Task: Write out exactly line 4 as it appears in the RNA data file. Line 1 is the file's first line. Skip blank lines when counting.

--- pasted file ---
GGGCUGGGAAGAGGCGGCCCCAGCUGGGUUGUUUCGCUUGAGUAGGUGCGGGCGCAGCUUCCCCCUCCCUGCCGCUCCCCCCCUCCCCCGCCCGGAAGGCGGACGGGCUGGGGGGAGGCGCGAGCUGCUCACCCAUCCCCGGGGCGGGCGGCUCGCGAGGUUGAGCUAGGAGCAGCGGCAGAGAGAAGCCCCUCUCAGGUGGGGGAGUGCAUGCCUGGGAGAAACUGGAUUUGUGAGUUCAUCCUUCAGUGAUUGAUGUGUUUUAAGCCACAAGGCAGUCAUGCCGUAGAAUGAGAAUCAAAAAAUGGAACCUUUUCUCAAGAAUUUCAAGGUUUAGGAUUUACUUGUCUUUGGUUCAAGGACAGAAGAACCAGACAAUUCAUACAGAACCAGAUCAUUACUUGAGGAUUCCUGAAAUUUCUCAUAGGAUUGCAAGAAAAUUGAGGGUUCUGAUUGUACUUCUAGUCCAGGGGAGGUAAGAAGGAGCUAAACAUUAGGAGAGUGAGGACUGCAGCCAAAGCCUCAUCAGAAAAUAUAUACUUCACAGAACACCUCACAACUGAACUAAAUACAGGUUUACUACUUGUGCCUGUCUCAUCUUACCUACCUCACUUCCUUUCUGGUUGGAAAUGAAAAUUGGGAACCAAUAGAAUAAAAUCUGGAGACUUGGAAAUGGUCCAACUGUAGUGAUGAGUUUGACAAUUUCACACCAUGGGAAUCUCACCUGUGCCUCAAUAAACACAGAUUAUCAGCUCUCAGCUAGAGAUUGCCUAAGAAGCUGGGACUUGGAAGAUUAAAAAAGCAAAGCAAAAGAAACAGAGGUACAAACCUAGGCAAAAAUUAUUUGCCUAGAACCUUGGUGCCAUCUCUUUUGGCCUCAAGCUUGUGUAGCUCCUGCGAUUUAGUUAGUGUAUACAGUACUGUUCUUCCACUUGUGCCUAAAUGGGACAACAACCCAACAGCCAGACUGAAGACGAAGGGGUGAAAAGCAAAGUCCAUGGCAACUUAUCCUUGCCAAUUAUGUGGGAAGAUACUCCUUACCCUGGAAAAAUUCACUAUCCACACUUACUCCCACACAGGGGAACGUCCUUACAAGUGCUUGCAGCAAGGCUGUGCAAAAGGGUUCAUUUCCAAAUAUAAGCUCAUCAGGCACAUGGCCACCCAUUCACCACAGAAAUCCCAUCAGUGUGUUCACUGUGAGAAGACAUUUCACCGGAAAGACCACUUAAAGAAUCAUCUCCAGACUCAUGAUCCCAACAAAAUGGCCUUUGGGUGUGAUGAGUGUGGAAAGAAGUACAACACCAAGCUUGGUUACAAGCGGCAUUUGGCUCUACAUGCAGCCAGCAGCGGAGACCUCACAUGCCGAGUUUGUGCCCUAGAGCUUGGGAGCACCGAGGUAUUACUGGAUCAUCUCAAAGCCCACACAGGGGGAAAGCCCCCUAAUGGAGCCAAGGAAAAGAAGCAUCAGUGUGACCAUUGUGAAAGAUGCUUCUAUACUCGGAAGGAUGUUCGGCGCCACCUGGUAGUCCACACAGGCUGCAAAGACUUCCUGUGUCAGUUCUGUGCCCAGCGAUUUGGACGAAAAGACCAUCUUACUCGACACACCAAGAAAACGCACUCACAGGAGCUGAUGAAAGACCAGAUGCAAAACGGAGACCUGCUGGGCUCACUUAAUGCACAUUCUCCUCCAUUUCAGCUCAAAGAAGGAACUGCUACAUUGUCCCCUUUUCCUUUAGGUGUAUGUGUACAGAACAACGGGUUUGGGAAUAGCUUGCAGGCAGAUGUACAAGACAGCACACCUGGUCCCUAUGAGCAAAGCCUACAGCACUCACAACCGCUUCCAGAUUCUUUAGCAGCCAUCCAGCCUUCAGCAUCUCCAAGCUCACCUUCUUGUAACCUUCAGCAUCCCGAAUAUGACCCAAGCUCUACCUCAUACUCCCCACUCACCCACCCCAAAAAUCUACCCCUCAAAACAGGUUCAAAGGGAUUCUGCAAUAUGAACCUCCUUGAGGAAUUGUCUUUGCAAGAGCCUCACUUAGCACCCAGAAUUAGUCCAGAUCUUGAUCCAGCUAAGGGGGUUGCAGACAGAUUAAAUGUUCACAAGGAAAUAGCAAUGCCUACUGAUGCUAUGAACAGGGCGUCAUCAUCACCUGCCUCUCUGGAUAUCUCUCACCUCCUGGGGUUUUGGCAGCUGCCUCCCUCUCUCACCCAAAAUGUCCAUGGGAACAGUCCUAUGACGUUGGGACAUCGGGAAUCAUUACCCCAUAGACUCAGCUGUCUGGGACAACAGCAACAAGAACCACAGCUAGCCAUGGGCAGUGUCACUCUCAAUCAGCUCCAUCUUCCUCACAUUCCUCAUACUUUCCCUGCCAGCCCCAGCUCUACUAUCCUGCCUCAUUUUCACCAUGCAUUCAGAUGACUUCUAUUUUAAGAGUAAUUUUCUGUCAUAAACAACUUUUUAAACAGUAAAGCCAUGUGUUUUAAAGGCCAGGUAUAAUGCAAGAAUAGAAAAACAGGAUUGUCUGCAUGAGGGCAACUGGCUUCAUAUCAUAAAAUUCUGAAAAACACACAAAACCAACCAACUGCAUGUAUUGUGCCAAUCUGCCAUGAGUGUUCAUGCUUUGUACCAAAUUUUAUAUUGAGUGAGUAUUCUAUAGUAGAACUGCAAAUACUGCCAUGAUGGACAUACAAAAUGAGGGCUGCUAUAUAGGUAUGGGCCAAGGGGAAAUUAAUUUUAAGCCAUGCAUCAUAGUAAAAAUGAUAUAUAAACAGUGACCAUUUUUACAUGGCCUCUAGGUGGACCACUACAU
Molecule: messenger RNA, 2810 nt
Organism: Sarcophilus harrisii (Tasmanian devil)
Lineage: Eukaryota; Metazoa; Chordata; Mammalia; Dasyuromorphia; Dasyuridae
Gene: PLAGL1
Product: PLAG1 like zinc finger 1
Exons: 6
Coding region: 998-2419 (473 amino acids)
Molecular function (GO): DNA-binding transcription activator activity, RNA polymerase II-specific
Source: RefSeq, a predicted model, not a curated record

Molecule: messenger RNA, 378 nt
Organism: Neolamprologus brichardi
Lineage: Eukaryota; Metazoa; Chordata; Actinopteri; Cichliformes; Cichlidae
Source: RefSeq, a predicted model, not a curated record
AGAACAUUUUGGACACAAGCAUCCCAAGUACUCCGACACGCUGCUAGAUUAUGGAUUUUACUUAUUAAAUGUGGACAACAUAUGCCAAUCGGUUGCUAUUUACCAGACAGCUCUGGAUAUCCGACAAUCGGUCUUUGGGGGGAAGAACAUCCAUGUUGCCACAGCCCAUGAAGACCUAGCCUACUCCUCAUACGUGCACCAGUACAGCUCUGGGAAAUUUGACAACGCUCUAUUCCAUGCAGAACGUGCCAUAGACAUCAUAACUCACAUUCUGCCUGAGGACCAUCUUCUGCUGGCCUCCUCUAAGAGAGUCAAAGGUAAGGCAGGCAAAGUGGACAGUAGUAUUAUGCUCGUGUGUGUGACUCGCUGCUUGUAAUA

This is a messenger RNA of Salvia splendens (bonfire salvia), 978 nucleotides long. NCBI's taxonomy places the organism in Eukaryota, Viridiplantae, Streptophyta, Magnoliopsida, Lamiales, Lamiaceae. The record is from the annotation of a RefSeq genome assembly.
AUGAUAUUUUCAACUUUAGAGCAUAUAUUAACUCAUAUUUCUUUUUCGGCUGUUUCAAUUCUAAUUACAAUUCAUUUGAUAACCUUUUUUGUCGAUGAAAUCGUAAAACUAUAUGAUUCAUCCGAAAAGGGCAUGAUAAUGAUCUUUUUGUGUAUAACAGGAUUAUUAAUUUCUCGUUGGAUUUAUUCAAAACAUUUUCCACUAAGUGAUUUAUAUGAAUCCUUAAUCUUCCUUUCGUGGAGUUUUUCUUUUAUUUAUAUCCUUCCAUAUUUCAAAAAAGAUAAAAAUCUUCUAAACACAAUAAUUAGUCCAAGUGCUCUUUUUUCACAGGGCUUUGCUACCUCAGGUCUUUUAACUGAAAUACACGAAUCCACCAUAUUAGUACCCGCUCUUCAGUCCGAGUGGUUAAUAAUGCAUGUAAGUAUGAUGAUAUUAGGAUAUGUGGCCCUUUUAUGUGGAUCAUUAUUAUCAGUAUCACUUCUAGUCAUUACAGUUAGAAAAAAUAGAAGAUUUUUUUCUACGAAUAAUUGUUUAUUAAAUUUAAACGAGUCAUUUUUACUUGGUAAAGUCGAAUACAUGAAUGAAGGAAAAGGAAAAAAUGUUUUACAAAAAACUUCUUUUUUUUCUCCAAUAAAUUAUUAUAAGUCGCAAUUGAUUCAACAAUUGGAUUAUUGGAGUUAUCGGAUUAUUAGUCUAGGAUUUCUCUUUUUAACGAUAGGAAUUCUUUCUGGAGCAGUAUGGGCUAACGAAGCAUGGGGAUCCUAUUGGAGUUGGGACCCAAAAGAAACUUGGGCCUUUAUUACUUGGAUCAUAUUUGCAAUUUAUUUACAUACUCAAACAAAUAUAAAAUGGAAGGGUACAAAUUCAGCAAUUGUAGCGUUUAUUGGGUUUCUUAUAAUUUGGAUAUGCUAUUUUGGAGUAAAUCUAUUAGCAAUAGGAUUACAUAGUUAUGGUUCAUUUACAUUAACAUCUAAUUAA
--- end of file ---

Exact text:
Lineage: Eukaryota; Metazoa; Chordata; Mammalia; Dasyuromorphia; Dasyuridae